We will now state the evidence which constitutes the first, second, third, and fourth exceptions, which were taken to the admission of certain portions of the testimony of D. Jonas Lippy; Mrs. Adam E. Diehl and John W. Esterline, the accused. This testimony, which was admitted against the objection of the traverser, is this: Lippy testified that in February or March preceding the assault, which occurred on the 3rd of August, 1906, he heard the prisoner say he was going to shoot the son of a bitch, and that he asked Esterline to whom he referred, and that the accused replied, "that big son of a bitch up town;" that he said to the accused "tell me who it is," and the prisoner said "my brother-in-law up town." The evidence shows that the prosecuting witness was the only brother-in-law of the defendant living in that locality. Mrs. Adam E. Diehl testified that on the 13th day of April, 1906, the prisoner said to her that he was going to kill the whole family; "he looked over to me and said I am going to kill the whole family, and then I know I will have a rest." In his cross examination of the accused the State's Attorney asked him how long he had been accustomed to carry a pistol. Objection was made to this question, but the Court permitted it to be answered, and this ruling is the basis of the third bill of exception. The answer of the witness was that he had owned one off and on for a good many years, but so far as he could remember he had never carried one. This constitutes the fourth exception.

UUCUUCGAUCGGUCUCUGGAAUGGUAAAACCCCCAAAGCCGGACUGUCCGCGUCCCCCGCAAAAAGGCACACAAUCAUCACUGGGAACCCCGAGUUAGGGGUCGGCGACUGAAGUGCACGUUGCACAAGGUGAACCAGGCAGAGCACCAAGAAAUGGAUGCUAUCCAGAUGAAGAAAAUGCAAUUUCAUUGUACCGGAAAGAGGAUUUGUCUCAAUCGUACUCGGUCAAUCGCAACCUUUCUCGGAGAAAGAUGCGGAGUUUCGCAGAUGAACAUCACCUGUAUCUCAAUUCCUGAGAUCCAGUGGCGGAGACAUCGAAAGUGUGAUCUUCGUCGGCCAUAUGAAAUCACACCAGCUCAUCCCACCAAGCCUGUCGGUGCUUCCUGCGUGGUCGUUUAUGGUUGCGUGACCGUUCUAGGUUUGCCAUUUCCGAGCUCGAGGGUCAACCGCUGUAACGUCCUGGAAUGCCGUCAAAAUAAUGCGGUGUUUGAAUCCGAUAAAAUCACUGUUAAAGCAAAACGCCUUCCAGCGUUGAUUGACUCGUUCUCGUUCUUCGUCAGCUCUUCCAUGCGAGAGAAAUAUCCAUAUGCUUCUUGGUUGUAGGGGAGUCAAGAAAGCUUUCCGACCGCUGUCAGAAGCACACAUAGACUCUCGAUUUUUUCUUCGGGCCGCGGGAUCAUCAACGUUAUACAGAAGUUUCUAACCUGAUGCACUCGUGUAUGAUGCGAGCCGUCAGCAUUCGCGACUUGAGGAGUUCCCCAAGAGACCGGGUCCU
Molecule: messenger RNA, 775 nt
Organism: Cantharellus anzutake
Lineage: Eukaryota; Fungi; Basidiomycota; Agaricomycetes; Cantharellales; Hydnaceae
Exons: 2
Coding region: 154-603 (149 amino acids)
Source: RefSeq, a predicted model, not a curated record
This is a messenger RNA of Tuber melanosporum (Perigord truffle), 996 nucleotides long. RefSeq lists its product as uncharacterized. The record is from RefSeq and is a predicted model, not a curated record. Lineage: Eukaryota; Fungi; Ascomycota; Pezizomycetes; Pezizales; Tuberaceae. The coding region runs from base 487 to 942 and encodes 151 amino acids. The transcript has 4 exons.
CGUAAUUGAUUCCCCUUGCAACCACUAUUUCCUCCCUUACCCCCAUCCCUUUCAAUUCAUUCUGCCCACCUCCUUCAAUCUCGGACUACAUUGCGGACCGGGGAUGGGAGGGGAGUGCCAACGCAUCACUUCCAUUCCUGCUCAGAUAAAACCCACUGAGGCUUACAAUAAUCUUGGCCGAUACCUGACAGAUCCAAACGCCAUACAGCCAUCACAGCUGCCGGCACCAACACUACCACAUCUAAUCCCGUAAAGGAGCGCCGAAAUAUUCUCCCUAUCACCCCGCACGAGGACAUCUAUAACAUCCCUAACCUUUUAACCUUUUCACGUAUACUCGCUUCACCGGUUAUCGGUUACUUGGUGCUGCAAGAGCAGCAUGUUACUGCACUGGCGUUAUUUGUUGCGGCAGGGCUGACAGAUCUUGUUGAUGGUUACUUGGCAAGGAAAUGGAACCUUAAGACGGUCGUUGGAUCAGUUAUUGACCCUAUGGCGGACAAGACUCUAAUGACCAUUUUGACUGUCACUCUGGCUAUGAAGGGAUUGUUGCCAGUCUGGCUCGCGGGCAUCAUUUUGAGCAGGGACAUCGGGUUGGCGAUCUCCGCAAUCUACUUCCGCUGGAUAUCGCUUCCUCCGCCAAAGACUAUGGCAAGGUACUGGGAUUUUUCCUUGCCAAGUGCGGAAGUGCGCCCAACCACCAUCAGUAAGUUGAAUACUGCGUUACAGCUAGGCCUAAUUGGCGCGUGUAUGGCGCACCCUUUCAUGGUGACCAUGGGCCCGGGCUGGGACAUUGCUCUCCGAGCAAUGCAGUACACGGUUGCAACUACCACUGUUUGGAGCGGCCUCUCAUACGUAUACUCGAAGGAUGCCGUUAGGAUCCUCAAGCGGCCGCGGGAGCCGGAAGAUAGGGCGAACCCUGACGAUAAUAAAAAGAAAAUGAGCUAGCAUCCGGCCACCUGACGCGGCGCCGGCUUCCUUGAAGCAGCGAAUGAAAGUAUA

In order to convict upon the first count of the indictment it was necessary to show a state of facts upon which the accused could have been convicted of murder had the prosecuting witness died as a result of the assault. Malice was therefore an essential element in the crime charged in the first count, because malice is the chief and distinguishing characteristic of murder, and hence it was indispensibly necessary for the State to allege and prove malice before a conviction could be had upon the first count in the indictment. Malice is either express or implied. Both express and implied malice may be proved by a deliberately formed design to kill; by the preparation of the weapon or other means for doing great bodily harm; by circumstances of brutality attending the act, or by previous hostility, or threats and declarations of intention to kill, or to do serious injury. The rule upon this subject is thus stated in 1 Bishop Crim. Prac., 3rd. ed. 673: "It is competent to show against the defendant that he bore toward the party injured enmity of a sort tending to the criminal result. For the same and even for a stronger reason, threats made by the accused, prior to the commission of the alleged offense, may be shown against him. Nearness, or remoteness of time, intervening conduct, and the like, will considerably affect their weight."